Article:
In our analysis we have allowed the parameters of 2FGL point sources lying within the cluster virial radius to vary. This accounts for possible corrections to the 2FGL parameters in the presence of a DM or a CR component, while also avoiding the risk of refitting sources lying near the boundary of the data region with less accuracy. The parameters of highly variable sources are also kept free since the 2FGL parameters for these sources would be the average during a 2 year period whereas here we have 45 months of data. However, we also tried keeping all the point sources fixed or allowing the parameters of all the point sources within the data region to vary during the fitting. We find that this freedom in the treatment of the point sources has little impact on the DM model fits.

The cluster annihilation luminosity scales roughly linearly with halo mass, with the shape of the profile being almost independent of halo mass or concentration when expressed in terms of the normalized radius . We investigate the effect of mass uncertainties in Appendix E. We have also checked that the different energy cuts assumed in our analysis and in that of Huang et al. (2012) have no effect on the derived upper limits. We are able to reproduce the upper limits on the annihilation cross-section of Huang et al. (2012) for the test case of the Fornax cluster with 3-year data, after adopting the same instrument response function and correcting for slightly different assumed subhalo contributions.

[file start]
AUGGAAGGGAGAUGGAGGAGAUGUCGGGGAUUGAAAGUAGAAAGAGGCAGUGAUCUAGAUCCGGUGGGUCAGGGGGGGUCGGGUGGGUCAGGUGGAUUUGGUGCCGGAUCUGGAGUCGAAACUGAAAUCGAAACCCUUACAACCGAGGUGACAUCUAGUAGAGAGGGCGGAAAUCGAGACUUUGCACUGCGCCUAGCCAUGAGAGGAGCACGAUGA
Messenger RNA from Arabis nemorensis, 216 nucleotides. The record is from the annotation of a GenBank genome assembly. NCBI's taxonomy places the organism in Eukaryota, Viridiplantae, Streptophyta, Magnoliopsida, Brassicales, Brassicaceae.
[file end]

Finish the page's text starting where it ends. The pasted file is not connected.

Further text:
The CR model used in this analysis is still subject to improvement. This model is derived from simulations which, unavoidably, make simplifying assumptions. For example, the simulations only consider advective transport of CR by turbulent gas motions but there are other processes such as CR diffusion and streaming which may flatten the CR profiles (Enßlin et al., 2011). In particular, if the CR diffusion is momentum dependent this will entangle the spectral and spatial profile of CR and modify the morphology as well as the spectrum of the CR emission, thus invalidating our basic assumption that is the only free parameter. There could also be CR injected from AGN which are not accounted for in the current model.